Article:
What Couples Just Don't Get


Those of us that check the "married" box often hear the refrain, "Marriage is hard work". But not many people can tell you what that means. Why is it hard work? Long hours? Low pay? Having to work next to someone who can at times be insanely irritating? What exactly is it that makes it so hard to remain, day after day, in a loving relationship? Simple. We are human. And humans are emotional messes. Couples often ask me for a "toolkit" of skills they can use to improve communication, grow closer or have a better sex life. My advice is try the bookstore. It is full of hundreds of useful books, including my Bible of marriage therapy by researcher John Gottman, Why Marriages Succeed or Fail. But you won't read it, I tell them. And if you do, you won't use the information that Gottman shares. Why? Because you are human and humans are messy! We are the only members of the animal kingdom to experience intense emotion. And our emotions are often outside of our control. You can have the best set of marital tools out there but when emotion takes over, you simply won't use them. Emotions are often irrational and the use of tools requires one to be able to stay reasonable and sane. So the hard work of marriage is remembering that you are responsible for your emotions and how they drive your behavior. "But she makes me so angry," a frustrated husband will tell me. "She pushes all of my buttons!" Indeed she does. But they are your buttons, therefore your responsibility. She should be sensitive and handle your buttons with care, but her buttons won't always let her. So before we can whip out the toolkit and problem solve like two civilized human beings, we must first learn how to manage our buttons.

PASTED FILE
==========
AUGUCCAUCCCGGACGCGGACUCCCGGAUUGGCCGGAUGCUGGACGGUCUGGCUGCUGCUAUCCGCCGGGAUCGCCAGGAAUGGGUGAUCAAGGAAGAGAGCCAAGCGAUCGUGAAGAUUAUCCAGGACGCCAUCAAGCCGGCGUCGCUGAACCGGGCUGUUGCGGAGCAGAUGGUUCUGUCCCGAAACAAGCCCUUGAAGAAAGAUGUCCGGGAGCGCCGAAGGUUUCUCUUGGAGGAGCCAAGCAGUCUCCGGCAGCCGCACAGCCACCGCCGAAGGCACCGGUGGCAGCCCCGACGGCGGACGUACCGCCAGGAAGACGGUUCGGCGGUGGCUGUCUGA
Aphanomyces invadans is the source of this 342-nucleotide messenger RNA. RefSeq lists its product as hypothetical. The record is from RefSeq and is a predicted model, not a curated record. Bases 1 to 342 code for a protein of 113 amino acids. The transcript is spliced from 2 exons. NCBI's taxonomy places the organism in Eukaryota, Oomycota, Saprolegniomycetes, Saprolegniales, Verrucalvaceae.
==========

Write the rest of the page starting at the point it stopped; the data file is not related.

1. Dig deep and determine what your buttons are and how you got them.

  2. Take full responsibility for your buttons. You own them.

  3. Explain to your partner why that button is so raw, tender or volatile. Share the hurt behind these buttons and the painful emotions they elicit.

  4. Ask your partner to be the secondary caretaker of these buttons now that they understand the pain behind your buttons. This is called love. It's a verb.

  5. When you feel intense emotions beginning to flood your system, take a break. Agree in advance that you will take a 30 minute time-out the moment one of you becomes flooded.

  6. Sit quietly or take a walk until you feel calm. Reflect on what specifically triggered you. Was it something she said, or the way you interpreted it?

  7. When you feel ready, share your reflections with your spouse, taking care not to push her buttons. But if you do (and you will), remind yourselves it's inevitable and forgive quickly.

  8. Remember that your spouse is a messy human with buttons that were formed in childhood or in prior relationships. Cut him or her some slack. Choose compassion and curiosity over judgment and passive-aggressive punishment.

And when you just can't get out of your own way, go see a talented marriage therapist because marriage is hard work.

For further inquiries:

Check out Gina Watson, LMFT, at thecouplescouch.com

Phone: (281) 560- 3230